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ITHAKA ON THE HORIZON: A Greek-American Journey



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Halki Seminary

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    The Patriarchal Theological Seminary of Halki is located on the Turkish island known as Heyelbiada in the Bosporus straits. It was closed in 1971 by the Turkish government and is the subject of much controversy since it is the only seminary in Turkey and the position of Ecumenical Patriarch can only be filled by a Turkish citizen. Sign the petition to reopen it at

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12 November 2006


Meriç Işıldakoğlu

"The Halki Theological Seminary was, until its closure by the Turkish authorities in 1971, the main school of theology of the Patriarchate of Constantinople."

- This is a wrong word Stavros.

"The seminary was 'closed' by a Turkish law requiring state control of all higher education involved in religious and military training."

- This is partly true. Because, this school, never closed by the Turkish authorities. Closed by the Patriarch. Patriarch didn't want the control of the authorities on the school. Maybe you don't want either. But Patriarch is a part of Turkish Republic not your or any other country's... You have a religious connection, I respect. But you must respect to the Turkish Republic...




The Patriarch refused to allow the school to be under the control of a secular university. As an accredited institution, the seminary which my father graduated from in 1947, had to meet the standards and rules imposed by the Turkish Republic. For example, my father, an Albanian national had to learn to speak fluent Turkish in order to receive a diploma. Many other students from other countries were unable to do so. The seminary had a number of foreign students.

Relinquishing state control of the seminary would threaten the Turkish State's control over Islamic educational institutions. Something that Turkish secularists will not tolerate. Sultan Mehmet reestablished the Patriarchate because he realized it was an important tool for controlling the Ottoman Empire's Christian subjects. That is no longer an issue since most of Turkey's Christian citizens have been eliminated.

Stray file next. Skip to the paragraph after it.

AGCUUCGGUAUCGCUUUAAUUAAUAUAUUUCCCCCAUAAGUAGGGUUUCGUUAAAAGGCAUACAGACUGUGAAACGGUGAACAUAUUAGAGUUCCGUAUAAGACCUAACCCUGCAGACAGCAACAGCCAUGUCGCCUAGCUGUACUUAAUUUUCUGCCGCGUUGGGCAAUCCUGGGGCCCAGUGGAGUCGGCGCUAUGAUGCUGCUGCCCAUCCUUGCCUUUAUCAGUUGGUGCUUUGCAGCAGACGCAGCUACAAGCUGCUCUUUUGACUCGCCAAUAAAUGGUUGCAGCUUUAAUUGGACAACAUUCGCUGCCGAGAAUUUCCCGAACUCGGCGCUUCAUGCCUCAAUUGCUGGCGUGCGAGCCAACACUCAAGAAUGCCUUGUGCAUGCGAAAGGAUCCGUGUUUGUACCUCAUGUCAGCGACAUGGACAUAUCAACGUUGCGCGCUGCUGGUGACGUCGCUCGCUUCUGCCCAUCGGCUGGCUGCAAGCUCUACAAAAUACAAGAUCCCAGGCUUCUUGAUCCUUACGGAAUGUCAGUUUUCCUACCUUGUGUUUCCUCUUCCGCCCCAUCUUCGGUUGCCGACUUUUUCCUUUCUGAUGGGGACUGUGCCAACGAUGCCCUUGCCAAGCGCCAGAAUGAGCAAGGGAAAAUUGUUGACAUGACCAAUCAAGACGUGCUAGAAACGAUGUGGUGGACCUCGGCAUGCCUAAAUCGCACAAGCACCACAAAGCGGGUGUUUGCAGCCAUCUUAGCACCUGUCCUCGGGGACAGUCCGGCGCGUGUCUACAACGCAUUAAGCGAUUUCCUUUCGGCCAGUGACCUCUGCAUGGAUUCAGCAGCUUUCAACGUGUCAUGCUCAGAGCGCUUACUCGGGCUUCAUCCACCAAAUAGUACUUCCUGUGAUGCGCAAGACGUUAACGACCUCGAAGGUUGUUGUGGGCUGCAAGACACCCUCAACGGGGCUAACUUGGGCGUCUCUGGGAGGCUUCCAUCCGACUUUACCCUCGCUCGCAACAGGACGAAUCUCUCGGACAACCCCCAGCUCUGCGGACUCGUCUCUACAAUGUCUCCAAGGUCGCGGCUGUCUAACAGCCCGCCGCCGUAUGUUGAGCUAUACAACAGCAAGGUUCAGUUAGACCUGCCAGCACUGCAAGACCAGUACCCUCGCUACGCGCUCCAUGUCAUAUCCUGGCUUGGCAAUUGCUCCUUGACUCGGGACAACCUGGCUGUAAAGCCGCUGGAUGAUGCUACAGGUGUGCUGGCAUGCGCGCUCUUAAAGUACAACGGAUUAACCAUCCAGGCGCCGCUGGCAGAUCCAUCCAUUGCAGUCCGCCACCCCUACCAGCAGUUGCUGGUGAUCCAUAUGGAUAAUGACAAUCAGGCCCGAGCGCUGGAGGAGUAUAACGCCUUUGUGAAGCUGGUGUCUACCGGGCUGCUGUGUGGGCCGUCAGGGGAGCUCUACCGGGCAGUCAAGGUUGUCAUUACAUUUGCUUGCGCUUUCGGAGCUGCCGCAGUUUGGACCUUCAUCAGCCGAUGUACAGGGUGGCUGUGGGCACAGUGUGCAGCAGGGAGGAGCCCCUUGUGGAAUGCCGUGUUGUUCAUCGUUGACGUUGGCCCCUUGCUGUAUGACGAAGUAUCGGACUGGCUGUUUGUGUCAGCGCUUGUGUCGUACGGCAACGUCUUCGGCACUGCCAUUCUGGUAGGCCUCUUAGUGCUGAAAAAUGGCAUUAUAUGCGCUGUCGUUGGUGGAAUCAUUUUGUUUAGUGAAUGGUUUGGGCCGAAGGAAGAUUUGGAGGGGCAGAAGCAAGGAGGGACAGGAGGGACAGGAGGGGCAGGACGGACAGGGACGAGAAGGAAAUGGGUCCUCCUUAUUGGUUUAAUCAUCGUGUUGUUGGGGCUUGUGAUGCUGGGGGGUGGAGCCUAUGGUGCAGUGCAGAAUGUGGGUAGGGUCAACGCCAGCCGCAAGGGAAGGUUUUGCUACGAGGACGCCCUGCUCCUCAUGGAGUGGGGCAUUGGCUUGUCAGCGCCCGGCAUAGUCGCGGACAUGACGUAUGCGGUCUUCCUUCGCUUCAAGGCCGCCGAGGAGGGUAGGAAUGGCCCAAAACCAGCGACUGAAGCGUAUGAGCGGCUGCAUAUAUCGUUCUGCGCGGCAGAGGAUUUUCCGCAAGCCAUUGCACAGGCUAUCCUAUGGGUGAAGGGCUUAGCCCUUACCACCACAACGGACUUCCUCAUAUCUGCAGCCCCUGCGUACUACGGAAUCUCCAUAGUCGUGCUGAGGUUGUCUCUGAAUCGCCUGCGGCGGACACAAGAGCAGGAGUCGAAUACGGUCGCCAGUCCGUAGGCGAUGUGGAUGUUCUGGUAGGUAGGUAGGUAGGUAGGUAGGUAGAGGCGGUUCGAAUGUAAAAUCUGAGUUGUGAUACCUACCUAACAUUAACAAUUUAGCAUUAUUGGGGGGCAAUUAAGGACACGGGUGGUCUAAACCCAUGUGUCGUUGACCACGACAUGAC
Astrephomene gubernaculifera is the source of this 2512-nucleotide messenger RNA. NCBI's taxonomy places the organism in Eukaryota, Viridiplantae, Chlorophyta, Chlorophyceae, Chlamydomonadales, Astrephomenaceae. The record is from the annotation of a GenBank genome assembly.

In my humble opinion, many Turks believe that the Patriarch is subverting the Republic. In fact, the Patriarch is the spiritual leader of millions of Orthodox Christians all over the world. The sooner Turkey recognizes his ecumenical character the sooner they will be on the road to edging closer to true, not imaginary religious freedom in the country.

Religious freedom in Turkey is tenuous both for Christians and Muslims. I am not sure how the conflict between Kemalists and Islamists will play out. Radical Islam unfortunately, is in the ascendancy, moderate Muslims are responding with a deafening silence. Further restricting the Patriarchate is not going to solve any of your problems, it will only add to them.

I appreciate your reasonable comments regarding a contentious and emotional issue. Needless to say I think it is essential that Turks need to be introspective, question intransigent government policies. No one else can do it for you. It's not about respect, it's about changing the status quo.

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